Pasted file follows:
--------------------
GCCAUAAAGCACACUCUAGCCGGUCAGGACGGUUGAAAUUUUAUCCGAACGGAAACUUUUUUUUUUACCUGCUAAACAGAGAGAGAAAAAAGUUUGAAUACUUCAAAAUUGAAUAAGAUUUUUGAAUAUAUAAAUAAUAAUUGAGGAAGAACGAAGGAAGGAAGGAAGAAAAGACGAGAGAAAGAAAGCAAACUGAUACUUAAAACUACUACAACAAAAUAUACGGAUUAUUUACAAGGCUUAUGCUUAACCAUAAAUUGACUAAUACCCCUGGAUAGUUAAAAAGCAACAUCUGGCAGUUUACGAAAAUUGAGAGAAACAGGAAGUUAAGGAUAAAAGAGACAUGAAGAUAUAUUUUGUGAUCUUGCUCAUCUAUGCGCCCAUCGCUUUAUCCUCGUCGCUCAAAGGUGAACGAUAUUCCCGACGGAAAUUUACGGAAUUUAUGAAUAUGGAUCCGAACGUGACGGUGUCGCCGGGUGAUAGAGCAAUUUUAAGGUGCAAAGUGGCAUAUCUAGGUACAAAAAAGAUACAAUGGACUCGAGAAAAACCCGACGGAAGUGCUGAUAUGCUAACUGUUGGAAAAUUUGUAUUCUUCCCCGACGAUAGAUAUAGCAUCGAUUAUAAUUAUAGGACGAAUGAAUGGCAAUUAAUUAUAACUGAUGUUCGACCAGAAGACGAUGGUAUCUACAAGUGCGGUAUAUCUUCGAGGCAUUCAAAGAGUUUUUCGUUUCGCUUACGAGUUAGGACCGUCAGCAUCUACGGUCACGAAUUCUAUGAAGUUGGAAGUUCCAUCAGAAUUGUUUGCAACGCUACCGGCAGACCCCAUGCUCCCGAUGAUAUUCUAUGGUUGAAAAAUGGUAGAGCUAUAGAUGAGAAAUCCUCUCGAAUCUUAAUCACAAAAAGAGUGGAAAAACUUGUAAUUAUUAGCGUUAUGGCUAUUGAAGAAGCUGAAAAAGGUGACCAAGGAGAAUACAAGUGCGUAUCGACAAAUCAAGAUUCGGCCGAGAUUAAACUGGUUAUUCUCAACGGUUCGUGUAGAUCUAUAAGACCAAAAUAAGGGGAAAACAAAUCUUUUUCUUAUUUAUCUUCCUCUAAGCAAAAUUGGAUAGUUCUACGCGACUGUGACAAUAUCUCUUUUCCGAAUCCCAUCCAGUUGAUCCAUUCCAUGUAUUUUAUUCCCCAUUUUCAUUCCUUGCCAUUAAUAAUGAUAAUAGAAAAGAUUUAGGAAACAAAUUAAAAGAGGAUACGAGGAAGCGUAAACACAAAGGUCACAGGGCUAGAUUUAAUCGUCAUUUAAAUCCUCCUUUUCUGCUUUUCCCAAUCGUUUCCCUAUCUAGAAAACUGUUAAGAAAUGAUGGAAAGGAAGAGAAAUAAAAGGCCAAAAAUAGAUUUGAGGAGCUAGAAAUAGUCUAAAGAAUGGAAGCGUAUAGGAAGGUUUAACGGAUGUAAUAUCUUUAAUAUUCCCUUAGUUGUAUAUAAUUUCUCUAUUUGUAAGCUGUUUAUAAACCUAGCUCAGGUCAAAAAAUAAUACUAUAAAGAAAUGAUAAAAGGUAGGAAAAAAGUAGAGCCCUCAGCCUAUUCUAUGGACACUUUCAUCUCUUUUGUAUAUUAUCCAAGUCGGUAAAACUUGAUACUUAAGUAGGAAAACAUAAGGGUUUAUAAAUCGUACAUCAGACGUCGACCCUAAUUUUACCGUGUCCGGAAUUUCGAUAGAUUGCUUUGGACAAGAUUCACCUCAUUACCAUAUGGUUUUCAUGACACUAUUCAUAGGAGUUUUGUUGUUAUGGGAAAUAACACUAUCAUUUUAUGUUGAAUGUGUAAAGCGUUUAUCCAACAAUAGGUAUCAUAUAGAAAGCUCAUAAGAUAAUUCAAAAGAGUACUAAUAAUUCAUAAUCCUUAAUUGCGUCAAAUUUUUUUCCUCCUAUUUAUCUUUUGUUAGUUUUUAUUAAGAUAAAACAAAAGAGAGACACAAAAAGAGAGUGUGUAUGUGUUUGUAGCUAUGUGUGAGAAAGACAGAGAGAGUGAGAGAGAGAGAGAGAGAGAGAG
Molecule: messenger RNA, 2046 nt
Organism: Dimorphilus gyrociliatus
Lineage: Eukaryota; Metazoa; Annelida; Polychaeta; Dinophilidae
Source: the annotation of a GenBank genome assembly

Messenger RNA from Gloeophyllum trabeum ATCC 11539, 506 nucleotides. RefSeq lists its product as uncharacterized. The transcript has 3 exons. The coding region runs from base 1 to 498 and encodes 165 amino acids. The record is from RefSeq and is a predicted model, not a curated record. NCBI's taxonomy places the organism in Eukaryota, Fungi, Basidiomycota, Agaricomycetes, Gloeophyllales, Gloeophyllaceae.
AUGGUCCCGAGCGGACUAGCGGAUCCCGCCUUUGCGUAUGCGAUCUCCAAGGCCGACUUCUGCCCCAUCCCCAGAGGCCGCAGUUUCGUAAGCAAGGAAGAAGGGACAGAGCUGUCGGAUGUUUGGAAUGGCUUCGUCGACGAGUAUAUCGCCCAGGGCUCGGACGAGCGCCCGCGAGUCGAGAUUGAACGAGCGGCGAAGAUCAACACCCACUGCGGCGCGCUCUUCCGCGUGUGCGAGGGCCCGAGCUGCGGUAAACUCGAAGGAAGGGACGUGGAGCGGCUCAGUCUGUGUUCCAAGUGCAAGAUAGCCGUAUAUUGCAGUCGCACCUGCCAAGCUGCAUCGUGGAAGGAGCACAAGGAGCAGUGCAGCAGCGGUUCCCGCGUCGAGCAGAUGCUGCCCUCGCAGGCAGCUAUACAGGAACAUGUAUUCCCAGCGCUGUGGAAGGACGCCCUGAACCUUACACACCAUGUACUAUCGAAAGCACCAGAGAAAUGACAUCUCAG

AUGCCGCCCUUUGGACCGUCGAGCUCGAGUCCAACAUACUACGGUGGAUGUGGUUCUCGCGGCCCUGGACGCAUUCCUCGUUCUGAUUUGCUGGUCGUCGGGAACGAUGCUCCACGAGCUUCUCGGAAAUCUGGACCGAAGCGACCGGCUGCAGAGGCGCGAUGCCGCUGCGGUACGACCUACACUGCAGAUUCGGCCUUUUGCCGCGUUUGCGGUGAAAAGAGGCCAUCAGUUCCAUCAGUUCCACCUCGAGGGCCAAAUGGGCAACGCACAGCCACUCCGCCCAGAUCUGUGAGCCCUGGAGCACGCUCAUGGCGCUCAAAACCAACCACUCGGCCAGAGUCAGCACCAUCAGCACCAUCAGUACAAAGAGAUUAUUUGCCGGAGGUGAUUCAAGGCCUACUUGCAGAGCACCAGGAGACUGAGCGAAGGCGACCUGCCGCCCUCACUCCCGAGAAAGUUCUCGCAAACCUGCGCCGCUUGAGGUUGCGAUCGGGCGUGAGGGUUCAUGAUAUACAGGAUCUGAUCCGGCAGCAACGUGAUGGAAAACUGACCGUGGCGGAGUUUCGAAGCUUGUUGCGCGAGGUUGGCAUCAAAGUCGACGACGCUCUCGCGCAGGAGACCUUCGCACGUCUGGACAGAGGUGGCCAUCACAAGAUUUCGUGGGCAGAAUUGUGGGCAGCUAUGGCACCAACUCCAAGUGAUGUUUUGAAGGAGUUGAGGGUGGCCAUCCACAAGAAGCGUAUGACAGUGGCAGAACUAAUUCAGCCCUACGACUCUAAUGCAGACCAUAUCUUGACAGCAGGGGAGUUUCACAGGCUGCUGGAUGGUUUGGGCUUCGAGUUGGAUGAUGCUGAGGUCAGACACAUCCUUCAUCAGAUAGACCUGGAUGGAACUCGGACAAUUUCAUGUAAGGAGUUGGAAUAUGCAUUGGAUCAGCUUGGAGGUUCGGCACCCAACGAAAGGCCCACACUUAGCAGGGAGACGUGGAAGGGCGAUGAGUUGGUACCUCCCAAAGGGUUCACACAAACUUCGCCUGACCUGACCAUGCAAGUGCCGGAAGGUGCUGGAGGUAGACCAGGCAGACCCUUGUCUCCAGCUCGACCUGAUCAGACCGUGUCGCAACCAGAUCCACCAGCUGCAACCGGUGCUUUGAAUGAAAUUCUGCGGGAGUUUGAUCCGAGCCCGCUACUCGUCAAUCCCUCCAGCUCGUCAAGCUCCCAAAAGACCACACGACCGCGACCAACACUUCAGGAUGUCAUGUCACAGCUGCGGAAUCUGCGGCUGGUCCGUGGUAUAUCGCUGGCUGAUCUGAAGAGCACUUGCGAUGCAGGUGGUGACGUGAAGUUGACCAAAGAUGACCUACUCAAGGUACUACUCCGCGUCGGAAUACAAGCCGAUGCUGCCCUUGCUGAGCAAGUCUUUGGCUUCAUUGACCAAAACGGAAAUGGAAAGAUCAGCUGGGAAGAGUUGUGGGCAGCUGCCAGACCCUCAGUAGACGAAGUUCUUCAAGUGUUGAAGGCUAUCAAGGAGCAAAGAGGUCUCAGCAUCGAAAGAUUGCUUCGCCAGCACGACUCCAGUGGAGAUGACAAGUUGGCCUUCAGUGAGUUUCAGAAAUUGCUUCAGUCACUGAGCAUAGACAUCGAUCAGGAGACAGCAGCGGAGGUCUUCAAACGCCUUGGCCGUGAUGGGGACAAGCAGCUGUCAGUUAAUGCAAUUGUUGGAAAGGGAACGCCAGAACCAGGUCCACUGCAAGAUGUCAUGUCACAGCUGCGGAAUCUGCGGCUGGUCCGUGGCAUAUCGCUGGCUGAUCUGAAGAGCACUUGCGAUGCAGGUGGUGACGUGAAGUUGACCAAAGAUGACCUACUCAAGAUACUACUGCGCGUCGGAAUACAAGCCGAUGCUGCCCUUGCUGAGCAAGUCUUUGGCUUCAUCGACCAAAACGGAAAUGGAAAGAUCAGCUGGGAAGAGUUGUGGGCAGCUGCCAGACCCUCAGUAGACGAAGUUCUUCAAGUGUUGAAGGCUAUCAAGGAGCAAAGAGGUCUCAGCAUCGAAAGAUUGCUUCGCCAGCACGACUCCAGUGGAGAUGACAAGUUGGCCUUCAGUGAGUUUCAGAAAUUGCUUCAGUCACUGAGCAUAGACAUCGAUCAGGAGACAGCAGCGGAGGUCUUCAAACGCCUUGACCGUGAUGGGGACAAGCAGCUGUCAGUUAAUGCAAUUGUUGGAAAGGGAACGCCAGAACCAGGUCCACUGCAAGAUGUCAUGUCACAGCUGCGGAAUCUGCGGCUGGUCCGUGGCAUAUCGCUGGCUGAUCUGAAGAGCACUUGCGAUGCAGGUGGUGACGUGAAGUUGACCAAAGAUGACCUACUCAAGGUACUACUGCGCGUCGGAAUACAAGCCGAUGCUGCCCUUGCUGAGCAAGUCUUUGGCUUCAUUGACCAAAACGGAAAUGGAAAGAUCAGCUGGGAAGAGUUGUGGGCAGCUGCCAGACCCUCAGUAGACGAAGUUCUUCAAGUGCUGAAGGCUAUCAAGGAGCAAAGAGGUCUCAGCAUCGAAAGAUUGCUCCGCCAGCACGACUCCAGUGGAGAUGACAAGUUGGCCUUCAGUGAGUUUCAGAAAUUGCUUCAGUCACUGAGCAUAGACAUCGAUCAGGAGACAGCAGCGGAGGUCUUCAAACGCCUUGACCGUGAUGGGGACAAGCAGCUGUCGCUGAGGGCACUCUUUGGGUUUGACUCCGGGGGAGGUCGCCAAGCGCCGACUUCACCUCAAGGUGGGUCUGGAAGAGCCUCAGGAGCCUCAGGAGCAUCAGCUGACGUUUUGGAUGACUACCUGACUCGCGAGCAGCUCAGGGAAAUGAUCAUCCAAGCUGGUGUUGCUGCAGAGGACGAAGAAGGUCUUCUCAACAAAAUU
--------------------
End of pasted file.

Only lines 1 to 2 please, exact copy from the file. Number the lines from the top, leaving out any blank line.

GCCAUAAAGCACACUCUAGCCGGUCAGGACGGUUGAAAUUUUAUCCGAACGGAAACUUUUUUUUUUACCUGCUAAACAGAGAGAGAAAAAAGUUUGAAUACUUCAAAAUUGAAUAAGAUUUUUGAAUAUAUAAAUAAUAAUUGAGGAAGAACGAAGGAAGGAAGGAAGAAAAGACGAGAGAAAGAAAGCAAACUGAUACUUAAAACUACUACAACAAAAUAUACGGAUUAUUUACAAGGCUUAUGCUUAACCAUAAAUUGACUAAUACCCCUGGAUAGUUAAAAAGCAACAUCUGGCAGUUUACGAAAAUUGAGAGAAACAGGAAGUUAAGGAUAAAAGAGACAUGAAGAUAUAUUUUGUGAUCUUGCUCAUCUAUGCGCCCAUCGCUUUAUCCUCGUCGCUCAAAGGUGAACGAUAUUCCCGACGGAAAUUUACGGAAUUUAUGAAUAUGGAUCCGAACGUGACGGUGUCGCCGGGUGAUAGAGCAAUUUUAAGGUGCAAAGUGGCAUAUCUAGGUACAAAAAAGAUACAAUGGACUCGAGAAAAACCCGACGGAAGUGCUGAUAUGCUAACUGUUGGAAAAUUUGUAUUCUUCCCCGACGAUAGAUAUAGCAUCGAUUAUAAUUAUAGGACGAAUGAAUGGCAAUUAAUUAUAACUGAUGUUCGACCAGAAGACGAUGGUAUCUACAAGUGCGGUAUAUCUUCGAGGCAUUCAAAGAGUUUUUCGUUUCGCUUACGAGUUAGGACCGUCAGCAUCUACGGUCACGAAUUCUAUGAAGUUGGAAGUUCCAUCAGAAUUGUUUGCAACGCUACCGGCAGACCCCAUGCUCCCGAUGAUAUUCUAUGGUUGAAAAAUGGUAGAGCUAUAGAUGAGAAAUCCUCUCGAAUCUUAAUCACAAAAAGAGUGGAAAAACUUGUAAUUAUUAGCGUUAUGGCUAUUGAAGAAGCUGAAAAAGGUGACCAAGGAGAAUACAAGUGCGUAUCGACAAAUCAAGAUUCGGCCGAGAUUAAACUGGUUAUUCUCAACGGUUCGUGUAGAUCUAUAAGACCAAAAUAAGGGGAAAACAAAUCUUUUUCUUAUUUAUCUUCCUCUAAGCAAAAUUGGAUAGUUCUACGCGACUGUGACAAUAUCUCUUUUCCGAAUCCCAUCCAGUUGAUCCAUUCCAUGUAUUUUAUUCCCCAUUUUCAUUCCUUGCCAUUAAUAAUGAUAAUAGAAAAGAUUUAGGAAACAAAUUAAAAGAGGAUACGAGGAAGCGUAAACACAAAGGUCACAGGGCUAGAUUUAAUCGUCAUUUAAAUCCUCCUUUUCUGCUUUUCCCAAUCGUUUCCCUAUCUAGAAAACUGUUAAGAAAUGAUGGAAAGGAAGAGAAAUAAAAGGCCAAAAAUAGAUUUGAGGAGCUAGAAAUAGUCUAAAGAAUGGAAGCGUAUAGGAAGGUUUAACGGAUGUAAUAUCUUUAAUAUUCCCUUAGUUGUAUAUAAUUUCUCUAUUUGUAAGCUGUUUAUAAACCUAGCUCAGGUCAAAAAAUAAUACUAUAAAGAAAUGAUAAAAGGUAGGAAAAAAGUAGAGCCCUCAGCCUAUUCUAUGGACACUUUCAUCUCUUUUGUAUAUUAUCCAAGUCGGUAAAACUUGAUACUUAAGUAGGAAAACAUAAGGGUUUAUAAAUCGUACAUCAGACGUCGACCCUAAUUUUACCGUGUCCGGAAUUUCGAUAGAUUGCUUUGGACAAGAUUCACCUCAUUACCAUAUGGUUUUCAUGACACUAUUCAUAGGAGUUUUGUUGUUAUGGGAAAUAACACUAUCAUUUUAUGUUGAAUGUGUAAAGCGUUUAUCCAACAAUAGGUAUCAUAUAGAAAGCUCAUAAGAUAAUUCAAAAGAGUACUAAUAAUUCAUAAUCCUUAAUUGCGUCAAAUUUUUUUCCUCCUAUUUAUCUUUUGUUAGUUUUUAUUAAGAUAAAACAAAAGAGAGACACAAAAAGAGAGUGUGUAUGUGUUUGUAGCUAUGUGUGAGAAAGACAGAGAGAGUGAGAGAGAGAGAGAGAGAGAGAG
Molecule: messenger RNA, 2046 nt